By Steven Edholm
We like to see things as black and white, good or bad, better and worse. It helps us function in daily life where we need to make fast judgements or live on cruise control without having to over analyze everything. But it is also a trap that can limit us and cause us to do really dumb stuff. It helps to look at things in context. We can pit antler against bone to see which one is better for tools and such, but the victor will be dependent on circumstance and what it is that we are trying to accomplish, rather than on more arbitrary grounds. Both Tamara and I have largely gravitated toward espousing and detailing the qualities of materials as a way to view paleotechnics. While our feeble minds may gravitate toward one or the other as superior, redwood is not oak, soapstone is not jade, antler is not bone, and none is superior to the other except in the context of specific uses. Bury an oak fencepost and it will probably fall over in 5 to 10 years, where redwood may last for 50 or much more. Make a bow out of redwood heartwood, but in spite of your best design efforts, it’s just going to be kind of lame.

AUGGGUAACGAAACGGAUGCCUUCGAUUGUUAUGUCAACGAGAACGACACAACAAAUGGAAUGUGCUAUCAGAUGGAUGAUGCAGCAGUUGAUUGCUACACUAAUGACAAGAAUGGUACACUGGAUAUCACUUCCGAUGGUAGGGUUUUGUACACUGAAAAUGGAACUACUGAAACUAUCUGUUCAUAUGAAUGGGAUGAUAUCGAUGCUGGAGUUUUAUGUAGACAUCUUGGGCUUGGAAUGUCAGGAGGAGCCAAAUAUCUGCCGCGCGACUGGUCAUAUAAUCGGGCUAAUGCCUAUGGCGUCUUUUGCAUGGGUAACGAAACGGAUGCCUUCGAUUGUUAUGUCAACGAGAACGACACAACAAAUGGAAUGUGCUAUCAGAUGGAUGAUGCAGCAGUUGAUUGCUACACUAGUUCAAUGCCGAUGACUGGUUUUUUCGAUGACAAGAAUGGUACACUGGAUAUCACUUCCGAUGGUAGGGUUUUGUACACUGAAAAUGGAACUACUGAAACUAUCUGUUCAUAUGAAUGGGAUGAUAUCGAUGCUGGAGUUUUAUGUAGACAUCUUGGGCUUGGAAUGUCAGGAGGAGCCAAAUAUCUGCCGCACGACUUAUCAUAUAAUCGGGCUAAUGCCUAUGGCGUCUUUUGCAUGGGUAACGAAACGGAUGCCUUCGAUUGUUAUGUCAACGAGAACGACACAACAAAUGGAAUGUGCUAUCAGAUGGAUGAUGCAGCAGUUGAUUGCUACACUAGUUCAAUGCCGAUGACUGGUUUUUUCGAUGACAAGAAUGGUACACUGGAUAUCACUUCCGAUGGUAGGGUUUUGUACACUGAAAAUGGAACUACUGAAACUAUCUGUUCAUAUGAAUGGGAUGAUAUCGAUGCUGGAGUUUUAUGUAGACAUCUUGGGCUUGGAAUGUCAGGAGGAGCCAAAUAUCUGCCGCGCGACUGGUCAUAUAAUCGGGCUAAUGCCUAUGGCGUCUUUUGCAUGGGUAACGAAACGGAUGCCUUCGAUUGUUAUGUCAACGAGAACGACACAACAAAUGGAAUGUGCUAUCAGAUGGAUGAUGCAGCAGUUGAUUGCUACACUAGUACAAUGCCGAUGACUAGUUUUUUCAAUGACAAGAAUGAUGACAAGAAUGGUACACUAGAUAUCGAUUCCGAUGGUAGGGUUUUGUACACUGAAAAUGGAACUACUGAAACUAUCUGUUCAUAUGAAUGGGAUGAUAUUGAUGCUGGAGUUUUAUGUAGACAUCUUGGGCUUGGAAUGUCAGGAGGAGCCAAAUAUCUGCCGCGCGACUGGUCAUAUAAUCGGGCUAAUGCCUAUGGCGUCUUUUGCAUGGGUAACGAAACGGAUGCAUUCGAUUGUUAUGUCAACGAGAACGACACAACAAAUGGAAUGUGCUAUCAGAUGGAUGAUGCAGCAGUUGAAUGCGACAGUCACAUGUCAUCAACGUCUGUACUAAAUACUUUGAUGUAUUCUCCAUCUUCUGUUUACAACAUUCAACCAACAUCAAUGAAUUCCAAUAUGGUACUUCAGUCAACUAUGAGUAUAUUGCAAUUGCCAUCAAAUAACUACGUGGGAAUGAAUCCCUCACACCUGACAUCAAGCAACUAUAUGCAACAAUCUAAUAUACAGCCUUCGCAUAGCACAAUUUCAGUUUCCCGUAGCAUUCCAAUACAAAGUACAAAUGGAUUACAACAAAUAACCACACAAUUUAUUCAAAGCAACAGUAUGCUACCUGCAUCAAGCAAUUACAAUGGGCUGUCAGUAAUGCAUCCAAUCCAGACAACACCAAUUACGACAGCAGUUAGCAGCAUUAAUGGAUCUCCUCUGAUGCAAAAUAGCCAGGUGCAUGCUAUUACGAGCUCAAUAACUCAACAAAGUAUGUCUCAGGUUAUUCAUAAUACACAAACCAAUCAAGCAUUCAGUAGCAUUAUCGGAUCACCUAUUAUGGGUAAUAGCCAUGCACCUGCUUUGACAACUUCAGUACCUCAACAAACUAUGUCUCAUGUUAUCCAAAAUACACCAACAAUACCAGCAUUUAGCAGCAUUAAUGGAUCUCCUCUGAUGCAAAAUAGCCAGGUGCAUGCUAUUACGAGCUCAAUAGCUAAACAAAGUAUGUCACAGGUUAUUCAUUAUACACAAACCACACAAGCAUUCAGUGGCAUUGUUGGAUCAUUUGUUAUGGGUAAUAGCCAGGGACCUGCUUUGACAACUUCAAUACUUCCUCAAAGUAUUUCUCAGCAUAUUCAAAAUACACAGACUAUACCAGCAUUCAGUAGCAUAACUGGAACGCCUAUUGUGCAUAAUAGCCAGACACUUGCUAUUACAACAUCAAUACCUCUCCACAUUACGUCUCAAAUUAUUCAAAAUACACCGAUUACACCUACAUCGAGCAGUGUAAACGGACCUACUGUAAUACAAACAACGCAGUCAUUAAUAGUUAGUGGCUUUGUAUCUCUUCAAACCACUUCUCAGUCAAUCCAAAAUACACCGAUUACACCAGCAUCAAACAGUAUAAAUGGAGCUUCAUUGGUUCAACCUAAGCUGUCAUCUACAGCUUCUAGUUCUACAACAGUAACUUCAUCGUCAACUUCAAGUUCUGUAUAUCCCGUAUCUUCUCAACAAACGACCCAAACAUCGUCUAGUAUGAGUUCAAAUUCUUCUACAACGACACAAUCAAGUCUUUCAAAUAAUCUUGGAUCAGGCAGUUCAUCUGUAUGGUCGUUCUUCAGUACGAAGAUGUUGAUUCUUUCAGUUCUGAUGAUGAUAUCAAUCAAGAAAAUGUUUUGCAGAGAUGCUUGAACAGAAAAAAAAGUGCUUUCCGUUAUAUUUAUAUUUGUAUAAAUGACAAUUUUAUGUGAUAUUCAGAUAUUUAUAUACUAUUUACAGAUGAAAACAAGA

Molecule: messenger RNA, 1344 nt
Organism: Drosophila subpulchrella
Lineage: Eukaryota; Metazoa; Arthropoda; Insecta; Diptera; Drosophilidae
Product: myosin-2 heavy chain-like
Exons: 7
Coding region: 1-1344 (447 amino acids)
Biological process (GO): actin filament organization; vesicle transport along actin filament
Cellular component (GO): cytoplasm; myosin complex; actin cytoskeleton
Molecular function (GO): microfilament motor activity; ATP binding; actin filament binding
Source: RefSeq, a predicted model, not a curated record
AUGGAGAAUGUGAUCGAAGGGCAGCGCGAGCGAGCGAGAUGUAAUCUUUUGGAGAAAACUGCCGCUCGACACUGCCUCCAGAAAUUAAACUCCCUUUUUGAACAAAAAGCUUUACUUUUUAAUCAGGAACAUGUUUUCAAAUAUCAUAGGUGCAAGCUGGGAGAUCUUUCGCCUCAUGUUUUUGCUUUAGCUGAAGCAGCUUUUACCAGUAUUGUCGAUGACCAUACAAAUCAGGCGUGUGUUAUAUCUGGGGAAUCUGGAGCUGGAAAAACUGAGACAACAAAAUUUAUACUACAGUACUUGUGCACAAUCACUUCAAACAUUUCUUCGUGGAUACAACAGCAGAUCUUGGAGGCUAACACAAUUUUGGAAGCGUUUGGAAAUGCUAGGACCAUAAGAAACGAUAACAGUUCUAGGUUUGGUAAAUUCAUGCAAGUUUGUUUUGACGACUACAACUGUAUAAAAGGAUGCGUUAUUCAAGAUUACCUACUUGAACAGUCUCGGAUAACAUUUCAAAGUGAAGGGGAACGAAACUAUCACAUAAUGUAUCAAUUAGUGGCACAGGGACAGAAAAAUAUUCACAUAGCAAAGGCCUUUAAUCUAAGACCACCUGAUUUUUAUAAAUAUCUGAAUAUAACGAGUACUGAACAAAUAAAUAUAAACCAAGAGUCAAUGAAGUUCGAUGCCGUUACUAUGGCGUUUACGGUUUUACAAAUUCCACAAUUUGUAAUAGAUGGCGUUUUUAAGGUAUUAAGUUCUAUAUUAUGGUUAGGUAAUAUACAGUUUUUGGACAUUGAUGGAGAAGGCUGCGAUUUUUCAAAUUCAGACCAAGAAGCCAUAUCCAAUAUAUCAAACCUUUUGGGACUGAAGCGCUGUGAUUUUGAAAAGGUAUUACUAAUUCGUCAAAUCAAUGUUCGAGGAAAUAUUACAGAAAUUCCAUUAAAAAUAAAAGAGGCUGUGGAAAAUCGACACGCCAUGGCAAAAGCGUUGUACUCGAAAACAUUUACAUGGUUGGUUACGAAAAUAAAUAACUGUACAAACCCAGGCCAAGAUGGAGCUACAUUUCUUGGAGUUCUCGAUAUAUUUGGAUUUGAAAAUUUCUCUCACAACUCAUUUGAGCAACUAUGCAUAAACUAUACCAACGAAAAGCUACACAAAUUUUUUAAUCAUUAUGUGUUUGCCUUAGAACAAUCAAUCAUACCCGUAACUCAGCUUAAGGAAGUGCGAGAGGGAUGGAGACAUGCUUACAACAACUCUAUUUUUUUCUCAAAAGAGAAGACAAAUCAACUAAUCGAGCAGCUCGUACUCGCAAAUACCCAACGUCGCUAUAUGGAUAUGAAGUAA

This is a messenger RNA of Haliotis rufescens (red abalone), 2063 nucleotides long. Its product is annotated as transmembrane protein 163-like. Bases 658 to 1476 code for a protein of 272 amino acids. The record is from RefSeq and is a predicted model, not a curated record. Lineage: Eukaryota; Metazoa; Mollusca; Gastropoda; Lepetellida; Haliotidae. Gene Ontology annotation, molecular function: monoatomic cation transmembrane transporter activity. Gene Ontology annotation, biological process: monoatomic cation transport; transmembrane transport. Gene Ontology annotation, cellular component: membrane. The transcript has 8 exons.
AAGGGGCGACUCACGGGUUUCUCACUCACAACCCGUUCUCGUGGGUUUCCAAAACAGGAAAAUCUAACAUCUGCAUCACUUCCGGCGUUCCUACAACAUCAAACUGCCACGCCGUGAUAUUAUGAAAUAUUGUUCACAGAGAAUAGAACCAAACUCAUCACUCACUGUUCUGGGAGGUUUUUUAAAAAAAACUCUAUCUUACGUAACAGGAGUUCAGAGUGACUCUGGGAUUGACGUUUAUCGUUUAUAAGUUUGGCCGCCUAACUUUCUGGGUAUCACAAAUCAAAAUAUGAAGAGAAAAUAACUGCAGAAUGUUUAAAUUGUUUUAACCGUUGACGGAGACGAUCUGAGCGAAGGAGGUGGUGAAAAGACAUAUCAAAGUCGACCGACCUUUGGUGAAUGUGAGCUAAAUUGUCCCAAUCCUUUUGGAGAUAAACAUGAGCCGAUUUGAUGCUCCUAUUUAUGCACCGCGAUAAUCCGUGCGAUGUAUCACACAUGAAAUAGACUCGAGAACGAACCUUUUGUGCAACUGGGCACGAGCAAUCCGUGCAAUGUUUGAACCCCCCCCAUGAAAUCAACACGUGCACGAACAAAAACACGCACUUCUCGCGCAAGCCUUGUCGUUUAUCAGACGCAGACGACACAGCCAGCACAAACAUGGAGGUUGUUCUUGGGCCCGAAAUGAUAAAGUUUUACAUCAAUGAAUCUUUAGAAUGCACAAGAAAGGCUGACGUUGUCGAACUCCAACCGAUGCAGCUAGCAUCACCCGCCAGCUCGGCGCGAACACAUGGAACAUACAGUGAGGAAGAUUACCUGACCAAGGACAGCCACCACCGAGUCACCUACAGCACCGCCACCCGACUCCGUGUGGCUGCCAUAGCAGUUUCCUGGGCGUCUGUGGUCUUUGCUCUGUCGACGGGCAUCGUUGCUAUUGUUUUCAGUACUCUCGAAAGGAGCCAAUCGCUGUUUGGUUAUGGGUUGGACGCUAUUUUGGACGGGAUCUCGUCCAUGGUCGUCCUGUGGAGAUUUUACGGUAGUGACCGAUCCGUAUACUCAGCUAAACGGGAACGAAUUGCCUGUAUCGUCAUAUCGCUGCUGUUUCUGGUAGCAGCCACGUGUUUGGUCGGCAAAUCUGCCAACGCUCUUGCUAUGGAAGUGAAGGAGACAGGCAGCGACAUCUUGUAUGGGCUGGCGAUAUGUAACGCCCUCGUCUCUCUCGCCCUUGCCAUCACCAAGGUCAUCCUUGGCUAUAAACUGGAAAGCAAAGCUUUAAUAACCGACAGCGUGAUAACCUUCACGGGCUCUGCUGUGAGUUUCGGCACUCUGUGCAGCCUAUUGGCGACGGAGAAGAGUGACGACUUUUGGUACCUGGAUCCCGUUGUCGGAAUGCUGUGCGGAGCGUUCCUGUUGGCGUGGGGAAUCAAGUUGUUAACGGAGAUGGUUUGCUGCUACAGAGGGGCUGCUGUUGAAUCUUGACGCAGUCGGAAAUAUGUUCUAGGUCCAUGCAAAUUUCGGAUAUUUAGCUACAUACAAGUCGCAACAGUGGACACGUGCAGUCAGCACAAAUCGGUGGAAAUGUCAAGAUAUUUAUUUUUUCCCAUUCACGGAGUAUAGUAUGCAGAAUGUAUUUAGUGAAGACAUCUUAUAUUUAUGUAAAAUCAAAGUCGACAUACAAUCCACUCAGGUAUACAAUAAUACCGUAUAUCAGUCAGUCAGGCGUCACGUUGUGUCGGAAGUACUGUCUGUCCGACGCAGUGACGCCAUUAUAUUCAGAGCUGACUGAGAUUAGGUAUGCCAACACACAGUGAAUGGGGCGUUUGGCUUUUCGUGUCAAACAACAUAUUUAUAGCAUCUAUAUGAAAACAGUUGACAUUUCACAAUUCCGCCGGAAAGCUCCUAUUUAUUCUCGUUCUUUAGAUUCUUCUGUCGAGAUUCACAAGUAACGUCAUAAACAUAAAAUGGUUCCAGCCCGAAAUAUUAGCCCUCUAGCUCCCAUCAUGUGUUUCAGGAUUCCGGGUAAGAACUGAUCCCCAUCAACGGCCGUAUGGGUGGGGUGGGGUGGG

Bone and antler are similar materials. The qualities of both can vary quite a bit, but they are still very different. bone can be more or less flexible depending on many factors, like what part of the animal, what species, age etc.. but antler is, by it’s nature, generally tougher and more flexible than bone. Some uses of these two materials will overlap, while for others, one is clearly superior to the other. Keep these thoughts in mind as I’m speaking in generalities here. (more…)